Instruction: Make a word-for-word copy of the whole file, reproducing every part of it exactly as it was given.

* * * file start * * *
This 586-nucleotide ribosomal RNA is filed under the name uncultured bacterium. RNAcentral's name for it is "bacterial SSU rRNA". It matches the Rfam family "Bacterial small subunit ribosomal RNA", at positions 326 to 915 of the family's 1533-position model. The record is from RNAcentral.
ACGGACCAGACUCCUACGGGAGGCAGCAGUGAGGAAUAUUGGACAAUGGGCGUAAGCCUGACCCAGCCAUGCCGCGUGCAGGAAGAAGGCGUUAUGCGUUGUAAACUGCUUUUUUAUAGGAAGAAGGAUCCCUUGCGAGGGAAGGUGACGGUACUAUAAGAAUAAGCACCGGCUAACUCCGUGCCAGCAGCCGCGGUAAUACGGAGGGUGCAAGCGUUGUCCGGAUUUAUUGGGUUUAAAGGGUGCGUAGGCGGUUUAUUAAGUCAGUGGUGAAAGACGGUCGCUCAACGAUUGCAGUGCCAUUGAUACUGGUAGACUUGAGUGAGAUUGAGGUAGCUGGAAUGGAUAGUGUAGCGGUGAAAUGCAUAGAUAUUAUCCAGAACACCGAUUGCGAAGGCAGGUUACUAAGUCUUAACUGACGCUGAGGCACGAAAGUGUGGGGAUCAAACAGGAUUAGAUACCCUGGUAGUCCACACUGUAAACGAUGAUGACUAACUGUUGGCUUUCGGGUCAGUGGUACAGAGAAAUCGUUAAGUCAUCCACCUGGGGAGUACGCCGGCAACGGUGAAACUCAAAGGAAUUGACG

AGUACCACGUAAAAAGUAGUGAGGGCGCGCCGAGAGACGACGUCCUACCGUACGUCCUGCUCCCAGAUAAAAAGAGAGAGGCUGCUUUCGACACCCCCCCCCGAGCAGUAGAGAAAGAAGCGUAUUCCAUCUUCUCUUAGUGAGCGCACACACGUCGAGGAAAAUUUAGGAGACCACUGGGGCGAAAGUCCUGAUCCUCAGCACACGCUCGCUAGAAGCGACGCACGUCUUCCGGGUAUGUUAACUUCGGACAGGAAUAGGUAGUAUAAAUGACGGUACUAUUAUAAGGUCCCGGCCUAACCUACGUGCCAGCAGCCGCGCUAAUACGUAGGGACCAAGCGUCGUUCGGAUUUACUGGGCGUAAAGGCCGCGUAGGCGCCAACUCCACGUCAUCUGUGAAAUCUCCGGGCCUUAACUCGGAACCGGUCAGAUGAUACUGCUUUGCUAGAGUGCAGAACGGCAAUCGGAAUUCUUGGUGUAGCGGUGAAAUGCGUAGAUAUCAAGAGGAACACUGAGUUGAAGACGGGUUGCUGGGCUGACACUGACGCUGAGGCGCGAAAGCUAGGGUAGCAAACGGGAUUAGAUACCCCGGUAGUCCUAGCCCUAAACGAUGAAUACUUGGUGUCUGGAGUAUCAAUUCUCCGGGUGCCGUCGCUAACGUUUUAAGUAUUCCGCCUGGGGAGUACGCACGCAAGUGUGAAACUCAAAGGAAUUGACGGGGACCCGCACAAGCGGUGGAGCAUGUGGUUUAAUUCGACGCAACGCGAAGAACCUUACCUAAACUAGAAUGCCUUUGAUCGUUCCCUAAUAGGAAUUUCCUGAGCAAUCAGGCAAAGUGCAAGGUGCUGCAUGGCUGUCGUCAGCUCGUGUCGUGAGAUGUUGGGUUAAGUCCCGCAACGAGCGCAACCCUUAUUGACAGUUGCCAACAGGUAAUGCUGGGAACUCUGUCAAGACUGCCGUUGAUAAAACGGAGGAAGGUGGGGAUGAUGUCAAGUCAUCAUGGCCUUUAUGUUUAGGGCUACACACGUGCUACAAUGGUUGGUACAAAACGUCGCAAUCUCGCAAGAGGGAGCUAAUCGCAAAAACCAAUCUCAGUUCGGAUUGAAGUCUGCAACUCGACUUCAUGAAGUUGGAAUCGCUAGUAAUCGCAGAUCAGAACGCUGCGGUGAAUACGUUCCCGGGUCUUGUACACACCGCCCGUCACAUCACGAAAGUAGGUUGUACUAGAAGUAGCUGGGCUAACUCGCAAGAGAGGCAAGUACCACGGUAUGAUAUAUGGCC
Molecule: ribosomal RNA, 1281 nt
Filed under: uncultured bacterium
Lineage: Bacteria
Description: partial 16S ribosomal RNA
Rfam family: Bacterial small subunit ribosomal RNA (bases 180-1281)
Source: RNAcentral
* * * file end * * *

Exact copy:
This 586-nucleotide ribosomal RNA is filed under the name uncultured bacterium. RNAcentral's name for it is "bacterial SSU rRNA". It matches the Rfam family "Bacterial small subunit ribosomal RNA", at positions 326 to 915 of the family's 1533-position model. The record is from RNAcentral.
ACGGACCAGACUCCUACGGGAGGCAGCAGUGAGGAAUAUUGGACAAUGGGCGUAAGCCUGACCCAGCCAUGCCGCGUGCAGGAAGAAGGCGUUAUGCGUUGUAAACUGCUUUUUUAUAGGAAGAAGGAUCCCUUGCGAGGGAAGGUGACGGUACUAUAAGAAUAAGCACCGGCUAACUCCGUGCCAGCAGCCGCGGUAAUACGGAGGGUGCAAGCGUUGUCCGGAUUUAUUGGGUUUAAAGGGUGCGUAGGCGGUUUAUUAAGUCAGUGGUGAAAGACGGUCGCUCAACGAUUGCAGUGCCAUUGAUACUGGUAGACUUGAGUGAGAUUGAGGUAGCUGGAAUGGAUAGUGUAGCGGUGAAAUGCAUAGAUAUUAUCCAGAACACCGAUUGCGAAGGCAGGUUACUAAGUCUUAACUGACGCUGAGGCACGAAAGUGUGGGGAUCAAACAGGAUUAGAUACCCUGGUAGUCCACACUGUAAACGAUGAUGACUAACUGUUGGCUUUCGGGUCAGUGGUACAGAGAAAUCGUUAAGUCAUCCACCUGGGGAGUACGCCGGCAACGGUGAAACUCAAAGGAAUUGACG

AGUACCACGUAAAAAGUAGUGAGGGCGCGCCGAGAGACGACGUCCUACCGUACGUCCUGCUCCCAGAUAAAAAGAGAGAGGCUGCUUUCGACACCCCCCCCCGAGCAGUAGAGAAAGAAGCGUAUUCCAUCUUCUCUUAGUGAGCGCACACACGUCGAGGAAAAUUUAGGAGACCACUGGGGCGAAAGUCCUGAUCCUCAGCACACGCUCGCUAGAAGCGACGCACGUCUUCCGGGUAUGUUAACUUCGGACAGGAAUAGGUAGUAUAAAUGACGGUACUAUUAUAAGGUCCCGGCCUAACCUACGUGCCAGCAGCCGCGCUAAUACGUAGGGACCAAGCGUCGUUCGGAUUUACUGGGCGUAAAGGCCGCGUAGGCGCCAACUCCACGUCAUCUGUGAAAUCUCCGGGCCUUAACUCGGAACCGGUCAGAUGAUACUGCUUUGCUAGAGUGCAGAACGGCAAUCGGAAUUCUUGGUGUAGCGGUGAAAUGCGUAGAUAUCAAGAGGAACACUGAGUUGAAGACGGGUUGCUGGGCUGACACUGACGCUGAGGCGCGAAAGCUAGGGUAGCAAACGGGAUUAGAUACCCCGGUAGUCCUAGCCCUAAACGAUGAAUACUUGGUGUCUGGAGUAUCAAUUCUCCGGGUGCCGUCGCUAACGUUUUAAGUAUUCCGCCUGGGGAGUACGCACGCAAGUGUGAAACUCAAAGGAAUUGACGGGGACCCGCACAAGCGGUGGAGCAUGUGGUUUAAUUCGACGCAACGCGAAGAACCUUACCUAAACUAGAAUGCCUUUGAUCGUUCCCUAAUAGGAAUUUCCUGAGCAAUCAGGCAAAGUGCAAGGUGCUGCAUGGCUGUCGUCAGCUCGUGUCGUGAGAUGUUGGGUUAAGUCCCGCAACGAGCGCAACCCUUAUUGACAGUUGCCAACAGGUAAUGCUGGGAACUCUGUCAAGACUGCCGUUGAUAAAACGGAGGAAGGUGGGGAUGAUGUCAAGUCAUCAUGGCCUUUAUGUUUAGGGCUACACACGUGCUACAAUGGUUGGUACAAAACGUCGCAAUCUCGCAAGAGGGAGCUAAUCGCAAAAACCAAUCUCAGUUCGGAUUGAAGUCUGCAACUCGACUUCAUGAAGUUGGAAUCGCUAGUAAUCGCAGAUCAGAACGCUGCGGUGAAUACGUUCCCGGGUCUUGUACACACCGCCCGUCACAUCACGAAAGUAGGUUGUACUAGAAGUAGCUGGGCUAACUCGCAAGAGAGGCAAGUACCACGGUAUGAUAUAUGGCC
Molecule: ribosomal RNA, 1281 nt
Filed under: uncultured bacterium
Lineage: Bacteria
Description: partial 16S ribosomal RNA
Rfam family: Bacterial small subunit ribosomal RNA (bases 180-1281)
Source: RNAcentral